Twins without Joe Mauer, Justin Morneau, and J.J. Hardy against Dontrelle Willis

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Minnesota allowed 10 unanswered runs to Detroit last night to turn a 6-1 lead into an 11-6 loss and now the Twins are without Joe Mauer, Justin Morneau, and J.J. Hardy for this afternoon’s series finale.
Morneau is out indefinitely after leaving Tuesday’s game with back soreness. Hardy has a case of turf toe that had him running even slower than usual last night. And last but not least Joe Christensen of the Minneapolis Star Tribune reports that Mauer is simply “banged up and needs a day off from catching.” He had started 19 of the first 21 games.
Minnesota’s lineup actually doesn’t look all that terrible to me and there’s always a chance of Dontrelle Willis making it a moot point by just imploding, but the Twins’ defense probably isn’t going to do Carl Pavano any favors with Brendan Harris at shortstop, Luke Hughes at third base, Drew Butera behind the plate, and the combination of Delmon Young and Jason Kubel patrolling the outfield corners.
Should be an interesting afternoon matchup between the AL Central’s only above-.500 teams.

Who is the fastest sprinter in baseball?

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We’re not talking the 100 meters here. We’re talking practical baseball sprinting. That’s defined by the StatCast folks at MLB as “feet per second in a player’s fastest one-second window,” while sprinting for the purposes of, you know, winning a baseball game.

StatCast ranked all players who have at least 10 “max effort” runs this year. I won’t give away who is at the top of this list, but given that baseball’s speedsters tend to get a lot of press you will not be at all surprised. As for the bottom of the list, well, the Angels don’t pay Albert Pujols to run even when he’s not suffering from late career chronic foot problems, so they’ll probably let that one go. I will say, however, that I am amused that the third slowest dude in baseball is named “Jett,” however.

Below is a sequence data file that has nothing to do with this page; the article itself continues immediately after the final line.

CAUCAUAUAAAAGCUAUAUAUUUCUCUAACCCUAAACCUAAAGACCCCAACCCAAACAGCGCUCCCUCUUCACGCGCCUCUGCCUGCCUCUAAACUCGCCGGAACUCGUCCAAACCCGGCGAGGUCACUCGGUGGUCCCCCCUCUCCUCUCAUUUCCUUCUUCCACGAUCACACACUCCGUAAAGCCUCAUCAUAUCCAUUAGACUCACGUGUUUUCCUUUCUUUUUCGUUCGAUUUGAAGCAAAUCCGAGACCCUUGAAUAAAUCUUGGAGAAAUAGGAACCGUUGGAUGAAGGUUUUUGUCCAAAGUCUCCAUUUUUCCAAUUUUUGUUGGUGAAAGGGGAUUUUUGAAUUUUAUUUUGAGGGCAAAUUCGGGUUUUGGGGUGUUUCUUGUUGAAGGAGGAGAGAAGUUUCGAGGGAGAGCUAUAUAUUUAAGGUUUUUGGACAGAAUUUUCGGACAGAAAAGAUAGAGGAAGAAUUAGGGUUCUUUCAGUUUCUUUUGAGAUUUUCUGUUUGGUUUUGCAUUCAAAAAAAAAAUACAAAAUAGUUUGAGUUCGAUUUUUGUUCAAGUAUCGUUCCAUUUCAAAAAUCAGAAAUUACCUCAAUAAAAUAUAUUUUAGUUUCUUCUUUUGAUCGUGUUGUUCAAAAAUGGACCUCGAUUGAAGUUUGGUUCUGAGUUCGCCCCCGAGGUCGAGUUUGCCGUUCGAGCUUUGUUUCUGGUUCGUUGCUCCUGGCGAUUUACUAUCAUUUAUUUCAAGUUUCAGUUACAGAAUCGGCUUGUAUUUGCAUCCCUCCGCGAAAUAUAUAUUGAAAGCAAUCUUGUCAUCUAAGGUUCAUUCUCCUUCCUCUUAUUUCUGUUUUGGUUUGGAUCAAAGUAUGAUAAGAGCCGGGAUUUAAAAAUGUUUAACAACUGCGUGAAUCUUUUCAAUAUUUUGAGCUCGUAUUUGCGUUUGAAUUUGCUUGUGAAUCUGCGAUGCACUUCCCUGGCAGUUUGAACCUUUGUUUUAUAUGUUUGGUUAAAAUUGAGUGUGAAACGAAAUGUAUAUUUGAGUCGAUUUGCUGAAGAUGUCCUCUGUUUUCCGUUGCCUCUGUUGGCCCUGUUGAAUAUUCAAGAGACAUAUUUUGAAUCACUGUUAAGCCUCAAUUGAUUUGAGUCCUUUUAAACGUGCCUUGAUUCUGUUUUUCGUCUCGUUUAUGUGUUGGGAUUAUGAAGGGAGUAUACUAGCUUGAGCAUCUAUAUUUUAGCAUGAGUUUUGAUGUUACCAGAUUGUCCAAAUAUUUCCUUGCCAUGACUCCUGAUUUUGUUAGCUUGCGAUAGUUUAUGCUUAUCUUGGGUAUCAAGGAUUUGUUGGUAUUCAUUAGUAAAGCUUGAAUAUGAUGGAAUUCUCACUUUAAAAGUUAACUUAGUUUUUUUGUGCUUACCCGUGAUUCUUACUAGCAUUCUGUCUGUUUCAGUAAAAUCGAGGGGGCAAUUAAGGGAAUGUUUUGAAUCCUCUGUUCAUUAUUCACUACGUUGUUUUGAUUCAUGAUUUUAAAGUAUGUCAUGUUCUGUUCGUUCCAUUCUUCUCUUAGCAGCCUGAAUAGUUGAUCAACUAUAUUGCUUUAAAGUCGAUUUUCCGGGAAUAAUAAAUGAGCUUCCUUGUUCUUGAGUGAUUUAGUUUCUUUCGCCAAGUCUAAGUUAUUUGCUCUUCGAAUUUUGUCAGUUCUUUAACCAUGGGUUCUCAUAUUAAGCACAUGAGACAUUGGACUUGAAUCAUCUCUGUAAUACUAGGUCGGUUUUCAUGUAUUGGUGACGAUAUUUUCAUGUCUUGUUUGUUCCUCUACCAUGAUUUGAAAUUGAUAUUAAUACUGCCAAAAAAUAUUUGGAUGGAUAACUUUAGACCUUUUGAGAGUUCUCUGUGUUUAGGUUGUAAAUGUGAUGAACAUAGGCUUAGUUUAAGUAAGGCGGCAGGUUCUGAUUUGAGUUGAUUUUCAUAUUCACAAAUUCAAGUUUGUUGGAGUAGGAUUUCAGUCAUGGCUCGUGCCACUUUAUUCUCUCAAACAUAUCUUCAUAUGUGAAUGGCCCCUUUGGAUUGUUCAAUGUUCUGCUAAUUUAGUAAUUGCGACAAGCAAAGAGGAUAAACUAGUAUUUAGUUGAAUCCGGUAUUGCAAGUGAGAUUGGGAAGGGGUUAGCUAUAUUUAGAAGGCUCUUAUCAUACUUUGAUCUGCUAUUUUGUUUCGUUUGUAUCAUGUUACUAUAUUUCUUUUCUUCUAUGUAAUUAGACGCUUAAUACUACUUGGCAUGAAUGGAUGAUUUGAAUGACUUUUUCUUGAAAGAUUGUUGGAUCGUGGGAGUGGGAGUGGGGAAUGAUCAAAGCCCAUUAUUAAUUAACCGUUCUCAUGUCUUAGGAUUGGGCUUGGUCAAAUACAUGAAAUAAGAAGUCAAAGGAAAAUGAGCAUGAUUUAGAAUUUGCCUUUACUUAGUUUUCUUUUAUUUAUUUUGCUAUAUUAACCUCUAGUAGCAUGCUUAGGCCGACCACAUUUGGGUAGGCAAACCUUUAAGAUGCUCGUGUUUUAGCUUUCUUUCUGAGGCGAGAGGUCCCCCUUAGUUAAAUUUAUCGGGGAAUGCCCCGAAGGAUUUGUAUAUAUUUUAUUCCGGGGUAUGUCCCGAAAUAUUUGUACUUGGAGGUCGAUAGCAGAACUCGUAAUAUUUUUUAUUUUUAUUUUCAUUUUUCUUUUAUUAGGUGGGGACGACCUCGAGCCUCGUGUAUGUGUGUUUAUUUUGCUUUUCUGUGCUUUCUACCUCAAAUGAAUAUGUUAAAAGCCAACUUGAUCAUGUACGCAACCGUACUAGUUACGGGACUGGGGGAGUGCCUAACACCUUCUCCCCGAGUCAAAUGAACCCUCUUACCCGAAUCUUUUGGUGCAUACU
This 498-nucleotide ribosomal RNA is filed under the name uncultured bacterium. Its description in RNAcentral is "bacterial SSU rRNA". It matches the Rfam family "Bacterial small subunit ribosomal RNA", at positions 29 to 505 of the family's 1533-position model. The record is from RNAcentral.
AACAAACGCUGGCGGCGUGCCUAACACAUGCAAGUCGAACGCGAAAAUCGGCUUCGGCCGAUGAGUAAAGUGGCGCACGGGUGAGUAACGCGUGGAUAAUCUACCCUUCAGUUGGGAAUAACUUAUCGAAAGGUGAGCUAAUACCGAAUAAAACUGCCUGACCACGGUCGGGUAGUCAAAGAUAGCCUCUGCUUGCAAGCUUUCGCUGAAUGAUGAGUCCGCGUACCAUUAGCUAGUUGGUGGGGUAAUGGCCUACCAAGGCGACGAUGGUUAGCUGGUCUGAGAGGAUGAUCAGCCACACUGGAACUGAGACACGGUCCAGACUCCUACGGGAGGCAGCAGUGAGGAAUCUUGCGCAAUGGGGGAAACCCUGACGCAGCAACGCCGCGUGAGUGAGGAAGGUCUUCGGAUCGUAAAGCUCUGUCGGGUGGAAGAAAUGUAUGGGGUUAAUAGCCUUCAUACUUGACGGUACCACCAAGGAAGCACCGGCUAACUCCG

Lately people have noticed some odd things about home run distances on StatCast, suggesting that maybe their metrics are wacko. And, of course, their means of gauging this stuff is proprietary and opaque, so we have no way of knowing if their numbers are off the reservation or not. As such, take all of the StatCast stuff you see with a grain of salt.

That said, even if the feet-per-second stuff is wrong here, knowing that Smith is faster than Jones by a factor of X is still interesting.

Here are the final All-Star voting results before the close of balloting

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All-Star voting ends this Thursday night, just before midnight eastern time. The All-Star teams — at least how they’ll appear before the dozen or two substitutions we’ll get before the game — will be unveiled on Sunday at 7pm on ESPN, just before Sunday Night Baseball.

Which means you still have time to alter these standings, which now stand as the final update before things are set in, well, not stone, but at least some Play-Doh which has been left out of the can too long and is kinda hard to mess with.

NATIONAL LEAGUE

AMERICAN LEAGUE